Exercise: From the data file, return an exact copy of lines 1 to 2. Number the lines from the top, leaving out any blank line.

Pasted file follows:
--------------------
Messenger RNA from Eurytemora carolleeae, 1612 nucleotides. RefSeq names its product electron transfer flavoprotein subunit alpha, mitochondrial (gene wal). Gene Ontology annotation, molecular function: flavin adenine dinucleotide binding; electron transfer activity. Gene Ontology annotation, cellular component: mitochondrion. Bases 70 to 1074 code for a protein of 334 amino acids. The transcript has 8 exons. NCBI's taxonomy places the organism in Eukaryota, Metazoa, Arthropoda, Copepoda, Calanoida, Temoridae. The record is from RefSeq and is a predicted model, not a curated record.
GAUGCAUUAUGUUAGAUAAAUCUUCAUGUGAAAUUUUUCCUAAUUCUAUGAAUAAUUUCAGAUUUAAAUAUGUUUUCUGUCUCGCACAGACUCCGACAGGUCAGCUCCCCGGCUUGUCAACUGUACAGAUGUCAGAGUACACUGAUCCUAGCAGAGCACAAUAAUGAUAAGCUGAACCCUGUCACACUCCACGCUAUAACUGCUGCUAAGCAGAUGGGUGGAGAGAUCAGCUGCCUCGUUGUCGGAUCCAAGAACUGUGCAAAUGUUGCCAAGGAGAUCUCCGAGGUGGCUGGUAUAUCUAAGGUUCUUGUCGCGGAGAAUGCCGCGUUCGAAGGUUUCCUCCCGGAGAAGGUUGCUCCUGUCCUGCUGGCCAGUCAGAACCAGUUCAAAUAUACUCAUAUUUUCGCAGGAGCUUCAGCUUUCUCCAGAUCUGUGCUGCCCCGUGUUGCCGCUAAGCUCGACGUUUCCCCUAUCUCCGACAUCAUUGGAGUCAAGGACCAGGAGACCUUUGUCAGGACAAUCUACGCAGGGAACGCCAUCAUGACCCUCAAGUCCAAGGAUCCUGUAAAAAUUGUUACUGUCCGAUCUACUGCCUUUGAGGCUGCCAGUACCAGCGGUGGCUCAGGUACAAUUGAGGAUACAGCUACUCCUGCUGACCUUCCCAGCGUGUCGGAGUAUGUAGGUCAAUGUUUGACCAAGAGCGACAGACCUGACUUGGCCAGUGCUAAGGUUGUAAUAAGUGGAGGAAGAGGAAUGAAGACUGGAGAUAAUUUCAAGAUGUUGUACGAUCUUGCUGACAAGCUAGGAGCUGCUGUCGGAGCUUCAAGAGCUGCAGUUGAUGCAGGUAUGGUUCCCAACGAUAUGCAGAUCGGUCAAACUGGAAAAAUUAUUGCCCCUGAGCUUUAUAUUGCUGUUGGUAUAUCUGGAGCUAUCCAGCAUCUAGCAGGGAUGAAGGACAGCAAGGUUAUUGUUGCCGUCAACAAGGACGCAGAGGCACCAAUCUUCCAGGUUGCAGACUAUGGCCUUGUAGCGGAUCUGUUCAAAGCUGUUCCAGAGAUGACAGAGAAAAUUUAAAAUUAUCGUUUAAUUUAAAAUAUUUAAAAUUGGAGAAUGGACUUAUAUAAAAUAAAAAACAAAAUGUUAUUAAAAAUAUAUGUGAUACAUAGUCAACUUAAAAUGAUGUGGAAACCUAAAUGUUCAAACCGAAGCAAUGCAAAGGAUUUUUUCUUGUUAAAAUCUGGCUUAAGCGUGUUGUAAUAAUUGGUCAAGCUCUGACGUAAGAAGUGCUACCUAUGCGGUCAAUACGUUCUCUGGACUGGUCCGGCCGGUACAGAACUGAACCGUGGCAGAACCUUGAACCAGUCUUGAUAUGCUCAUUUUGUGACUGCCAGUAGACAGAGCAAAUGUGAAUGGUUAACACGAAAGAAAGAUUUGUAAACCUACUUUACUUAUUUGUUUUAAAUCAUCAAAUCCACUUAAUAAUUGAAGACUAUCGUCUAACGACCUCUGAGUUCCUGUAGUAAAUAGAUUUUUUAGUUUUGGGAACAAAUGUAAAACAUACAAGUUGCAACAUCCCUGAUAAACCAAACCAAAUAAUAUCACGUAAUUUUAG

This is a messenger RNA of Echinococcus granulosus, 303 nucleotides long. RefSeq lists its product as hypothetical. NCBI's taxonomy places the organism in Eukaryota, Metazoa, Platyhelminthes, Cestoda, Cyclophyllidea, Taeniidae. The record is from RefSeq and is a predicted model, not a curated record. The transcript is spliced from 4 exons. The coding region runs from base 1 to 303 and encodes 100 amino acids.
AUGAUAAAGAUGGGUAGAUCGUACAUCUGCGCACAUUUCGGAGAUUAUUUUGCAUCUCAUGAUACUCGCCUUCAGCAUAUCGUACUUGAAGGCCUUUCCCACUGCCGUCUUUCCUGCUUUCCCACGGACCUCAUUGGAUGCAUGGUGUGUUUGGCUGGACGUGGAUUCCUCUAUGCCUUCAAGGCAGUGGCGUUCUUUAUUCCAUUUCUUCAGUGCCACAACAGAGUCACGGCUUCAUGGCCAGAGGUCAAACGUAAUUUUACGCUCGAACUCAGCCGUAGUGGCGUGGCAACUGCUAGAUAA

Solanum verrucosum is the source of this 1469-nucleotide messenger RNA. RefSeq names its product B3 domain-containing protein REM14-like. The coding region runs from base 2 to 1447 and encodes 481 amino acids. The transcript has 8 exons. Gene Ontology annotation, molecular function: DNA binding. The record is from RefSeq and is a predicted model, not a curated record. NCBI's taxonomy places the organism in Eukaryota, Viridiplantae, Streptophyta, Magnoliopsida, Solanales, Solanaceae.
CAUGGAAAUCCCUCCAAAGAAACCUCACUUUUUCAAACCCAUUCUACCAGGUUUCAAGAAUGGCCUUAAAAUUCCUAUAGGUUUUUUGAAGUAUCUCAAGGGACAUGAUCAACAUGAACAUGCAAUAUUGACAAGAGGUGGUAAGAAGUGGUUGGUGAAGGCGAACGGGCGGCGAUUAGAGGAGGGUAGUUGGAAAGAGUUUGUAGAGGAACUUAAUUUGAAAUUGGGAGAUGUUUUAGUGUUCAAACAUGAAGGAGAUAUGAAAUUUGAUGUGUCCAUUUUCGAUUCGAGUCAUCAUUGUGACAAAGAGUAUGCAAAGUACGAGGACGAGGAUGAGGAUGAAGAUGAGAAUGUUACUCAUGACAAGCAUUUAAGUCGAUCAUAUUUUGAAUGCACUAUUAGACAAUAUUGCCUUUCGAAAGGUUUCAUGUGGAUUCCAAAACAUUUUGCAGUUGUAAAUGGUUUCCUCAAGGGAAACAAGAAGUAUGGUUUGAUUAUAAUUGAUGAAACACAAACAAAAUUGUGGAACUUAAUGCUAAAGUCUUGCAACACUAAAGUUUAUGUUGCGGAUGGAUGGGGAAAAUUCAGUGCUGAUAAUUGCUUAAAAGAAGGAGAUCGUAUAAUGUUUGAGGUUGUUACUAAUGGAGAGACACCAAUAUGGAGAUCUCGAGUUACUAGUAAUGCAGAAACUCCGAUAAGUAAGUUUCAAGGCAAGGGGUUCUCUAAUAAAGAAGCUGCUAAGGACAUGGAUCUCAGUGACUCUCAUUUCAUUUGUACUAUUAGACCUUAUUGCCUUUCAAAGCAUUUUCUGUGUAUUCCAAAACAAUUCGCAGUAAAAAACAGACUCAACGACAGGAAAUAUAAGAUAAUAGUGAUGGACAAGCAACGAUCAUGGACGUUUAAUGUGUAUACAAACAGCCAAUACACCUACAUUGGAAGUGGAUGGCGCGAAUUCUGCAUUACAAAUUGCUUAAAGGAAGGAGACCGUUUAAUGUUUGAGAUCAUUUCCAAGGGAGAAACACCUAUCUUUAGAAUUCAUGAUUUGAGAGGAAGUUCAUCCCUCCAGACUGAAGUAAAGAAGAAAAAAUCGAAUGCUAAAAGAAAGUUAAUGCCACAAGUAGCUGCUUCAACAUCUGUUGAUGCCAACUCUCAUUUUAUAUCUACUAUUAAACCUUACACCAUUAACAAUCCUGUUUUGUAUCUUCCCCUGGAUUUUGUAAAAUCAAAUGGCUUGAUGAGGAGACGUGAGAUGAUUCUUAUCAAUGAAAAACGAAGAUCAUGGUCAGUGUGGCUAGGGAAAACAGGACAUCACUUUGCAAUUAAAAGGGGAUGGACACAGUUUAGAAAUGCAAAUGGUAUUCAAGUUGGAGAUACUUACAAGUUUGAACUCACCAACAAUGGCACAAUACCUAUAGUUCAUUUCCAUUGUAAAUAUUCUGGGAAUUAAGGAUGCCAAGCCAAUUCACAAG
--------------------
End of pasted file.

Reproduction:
Messenger RNA from Eurytemora carolleeae, 1612 nucleotides. RefSeq names its product electron transfer flavoprotein subunit alpha, mitochondrial (gene wal). Gene Ontology annotation, molecular function: flavin adenine dinucleotide binding; electron transfer activity. Gene Ontology annotation, cellular component: mitochondrion. Bases 70 to 1074 code for a protein of 334 amino acids. The transcript has 8 exons. NCBI's taxonomy places the organism in Eukaryota, Metazoa, Arthropoda, Copepoda, Calanoida, Temoridae. The record is from RefSeq and is a predicted model, not a curated record.
GAUGCAUUAUGUUAGAUAAAUCUUCAUGUGAAAUUUUUCCUAAUUCUAUGAAUAAUUUCAGAUUUAAAUAUGUUUUCUGUCUCGCACAGACUCCGACAGGUCAGCUCCCCGGCUUGUCAACUGUACAGAUGUCAGAGUACACUGAUCCUAGCAGAGCACAAUAAUGAUAAGCUGAACCCUGUCACACUCCACGCUAUAACUGCUGCUAAGCAGAUGGGUGGAGAGAUCAGCUGCCUCGUUGUCGGAUCCAAGAACUGUGCAAAUGUUGCCAAGGAGAUCUCCGAGGUGGCUGGUAUAUCUAAGGUUCUUGUCGCGGAGAAUGCCGCGUUCGAAGGUUUCCUCCCGGAGAAGGUUGCUCCUGUCCUGCUGGCCAGUCAGAACCAGUUCAAAUAUACUCAUAUUUUCGCAGGAGCUUCAGCUUUCUCCAGAUCUGUGCUGCCCCGUGUUGCCGCUAAGCUCGACGUUUCCCCUAUCUCCGACAUCAUUGGAGUCAAGGACCAGGAGACCUUUGUCAGGACAAUCUACGCAGGGAACGCCAUCAUGACCCUCAAGUCCAAGGAUCCUGUAAAAAUUGUUACUGUCCGAUCUACUGCCUUUGAGGCUGCCAGUACCAGCGGUGGCUCAGGUACAAUUGAGGAUACAGCUACUCCUGCUGACCUUCCCAGCGUGUCGGAGUAUGUAGGUCAAUGUUUGACCAAGAGCGACAGACCUGACUUGGCCAGUGCUAAGGUUGUAAUAAGUGGAGGAAGAGGAAUGAAGACUGGAGAUAAUUUCAAGAUGUUGUACGAUCUUGCUGACAAGCUAGGAGCUGCUGUCGGAGCUUCAAGAGCUGCAGUUGAUGCAGGUAUGGUUCCCAACGAUAUGCAGAUCGGUCAAACUGGAAAAAUUAUUGCCCCUGAGCUUUAUAUUGCUGUUGGUAUAUCUGGAGCUAUCCAGCAUCUAGCAGGGAUGAAGGACAGCAAGGUUAUUGUUGCCGUCAACAAGGACGCAGAGGCACCAAUCUUCCAGGUUGCAGACUAUGGCCUUGUAGCGGAUCUGUUCAAAGCUGUUCCAGAGAUGACAGAGAAAAUUUAAAAUUAUCGUUUAAUUUAAAAUAUUUAAAAUUGGAGAAUGGACUUAUAUAAAAUAAAAAACAAAAUGUUAUUAAAAAUAUAUGUGAUACAUAGUCAACUUAAAAUGAUGUGGAAACCUAAAUGUUCAAACCGAAGCAAUGCAAAGGAUUUUUUCUUGUUAAAAUCUGGCUUAAGCGUGUUGUAAUAAUUGGUCAAGCUCUGACGUAAGAAGUGCUACCUAUGCGGUCAAUACGUUCUCUGGACUGGUCCGGCCGGUACAGAACUGAACCGUGGCAGAACCUUGAACCAGUCUUGAUAUGCUCAUUUUGUGACUGCCAGUAGACAGAGCAAAUGUGAAUGGUUAACACGAAAGAAAGAUUUGUAAACCUACUUUACUUAUUUGUUUUAAAUCAUCAAAUCCACUUAAUAAUUGAAGACUAUCGUCUAACGACCUCUGAGUUCCUGUAGUAAAUAGAUUUUUUAGUUUUGGGAACAAAUGUAAAACAUACAAGUUGCAACAUCCCUGAUAAACCAAACCAAAUAAUAUCACGUAAUUUUAG